When using the Ultrasound flat probe I found that I was still going to grow (even though I’m over 14) as the bones in my wrist, called the growth plate, had not fused fully together. I found this very interesting as I got to learn about the different uses for ultrasounds, not just for foetus scanning, such as to check the heart, liver, kidney, bladder and other tendons and muscles in the body as well as bone.

When I used the spirometer I found that you first get a result of the 1st second of your outtake of breath and then the amount after 6 seconds to get your lung age (I got 16 however you should get +/- 4 years of your real age). This measures your lung volume.

The iPhone retina scans allowed me to see the blood vessels, optic disc and the retina of someone’s eye which was really fascinating to me because of how advanced the technology is to see the inside of someone’s eye from a phone.

I also really enjoyed taking blood from the prosthetic arm. I had to find where the vein was and then insert the needle a few millimetres to reach the vein. I then had to pull the syringe to get blood out which I achieved first time however, if only air comes out you must never inject the air back in because if the blood in the vein comes in contact with air it will begin to clot which could cause issues such as strokes and heart attacks.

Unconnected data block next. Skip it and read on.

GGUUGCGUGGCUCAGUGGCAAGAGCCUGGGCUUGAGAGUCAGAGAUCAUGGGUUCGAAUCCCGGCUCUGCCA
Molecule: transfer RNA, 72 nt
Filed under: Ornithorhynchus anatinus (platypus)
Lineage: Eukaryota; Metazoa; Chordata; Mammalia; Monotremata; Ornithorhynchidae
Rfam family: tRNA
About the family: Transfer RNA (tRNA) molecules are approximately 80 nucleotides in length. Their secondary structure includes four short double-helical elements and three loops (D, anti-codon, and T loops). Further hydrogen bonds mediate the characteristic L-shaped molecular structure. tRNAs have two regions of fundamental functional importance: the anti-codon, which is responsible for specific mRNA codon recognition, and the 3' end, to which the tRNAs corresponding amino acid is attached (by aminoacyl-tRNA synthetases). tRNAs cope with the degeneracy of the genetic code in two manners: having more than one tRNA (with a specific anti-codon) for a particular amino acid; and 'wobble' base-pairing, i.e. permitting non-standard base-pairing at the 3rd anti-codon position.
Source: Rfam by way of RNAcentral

I found today really informative and I really enjoyed this work experience. I will be posting some pictures from my day and I hope to continue to do medicine in the future as this practical work has made me realise just how much I love medicine.

Organising work experience


Hi guys, sorry I haven’t been active recently I’ve been quite busy over Christmas, especially trying to organise work experience. Doctors and hospitals are always busy so I’m finding it difficult to stay in contact with lots of them so if any one has advice please let me know ! I haven’t organised for some work experience soon that my school is allowing me a week off for which is good but I am hoping to find more.

Time is getting closer to deadlines for medical schools and application processes so I’m ensuing I’m keeping up to date on the timetable for applications given to me at medlink which has been really useful for me (while also focusing on work for my mid year exams in February).

I hope you all have had a great holiday and are staying on track to becoming a doctor and achieving your goals!

Live surgeries